Last week, I was thrilled when someone who read my book Dreams in the Medina emailed to ask if she could write a review. Of course, I said, I was honoured she asked!
In order to do the review, she said, she would like to ask me some background questions. I thought her questions were very astute so, with her permission, I am posting them and my answers here on CulturTwined. There are five questions, and I’ll put 2 answers up today and 3 tomorrow. Since today’s Imperfect Prose prompt was LIGHT, the questions I’m answering today hopefully begin to convey the enlightenment of university students in Syria, which is a theme of the book.
First, so you know what we’re talking about, here’s a one-sentence introduction to the book: From the heart of Syria, Dreams in the Medina is a coming-of-age tale which explores the aspirations, passions and tragedies of a group of young Syrian women who, on the surface, have nothing in common but who are brought together in the deepest of bonds as they study and live together at the University of Damascus.
Question 1. Does the word “Medina” refer to the building where the young women live, or is it a broader term to cover the area where this dormitory is built?
Answer: “Medina” literally means “city”, and refers to the “University City”, which is a complex of about 15-20 buildings, housing approximately 14,000 students. Buildings were always in construction when I lived there (2002-2003) so these numbers were always in flux. Anyone who lived there called it the “medina” but the full name is “Medina Jamaye’a”. It is free housing for anyone registered at the University of Damascus or its affiliates, whose home address is considered too far for daily commuting. It is gated, across the street from the main campus of the university. Half of the buildings are for women and half for men, and there is actually a little canal and a footpath separating the men’s and women’s sides.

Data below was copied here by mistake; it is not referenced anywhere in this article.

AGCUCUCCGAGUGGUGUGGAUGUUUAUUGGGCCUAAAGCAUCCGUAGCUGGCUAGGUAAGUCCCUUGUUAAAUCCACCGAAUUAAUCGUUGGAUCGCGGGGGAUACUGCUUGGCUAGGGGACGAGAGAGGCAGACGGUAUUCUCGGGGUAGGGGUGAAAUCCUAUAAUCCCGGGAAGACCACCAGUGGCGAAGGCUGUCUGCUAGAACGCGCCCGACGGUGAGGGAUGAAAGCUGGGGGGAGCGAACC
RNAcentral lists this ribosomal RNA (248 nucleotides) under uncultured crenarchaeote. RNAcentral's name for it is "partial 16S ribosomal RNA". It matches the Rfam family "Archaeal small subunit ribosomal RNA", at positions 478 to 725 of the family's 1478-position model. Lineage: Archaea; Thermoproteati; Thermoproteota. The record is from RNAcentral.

Question 2. The character, Leila, in your book, seems especially naive. Is this typical of young women in the Sunni sect of Islam? The other young women seem a little more worldly.
(As a bit of background to this question: Leila is the main character and she is a Sunni Muslim. The other key figures in the book all come from different villages, different parts of Syria and different religious backgrounds.)
Answer: No, not per se. Many Sunni women in Syria, especially from villages or poor families, have been sheltered. But contrast her with the character Nisreen, who is well-educated and a bit of a political activist. She is also a Sunni Muslim girl and her mother is from a very similar background to that of Leila’s own mother, but she is far from naive.
Part of that had to do with the fact that Nisreen was from an upscale urban home, and part of it simply had to do with the fact that she was from a different family. Each family develops its own culture, and I think in a country where women are relatively secluded – not by necessity but often in practice anyway – women’s culture is highly influenced by family. So Leila’s worldview was shaped almost entirely by her mother and her sisters, until the day she moved to Damascus, where her horizons expanded exponentially.
But I also know Sunni girls from Damascus who are very sheltered, and girls from villages who are not Sunni Muslim and who are just as naive as Leila. In Syria, just as anywhere in the world, our religion is one of many factors that affects our worldview.
p.s. The book’s facebook page has regular updates with news and tidbits about Syrian women – ‘like’ it to follow along!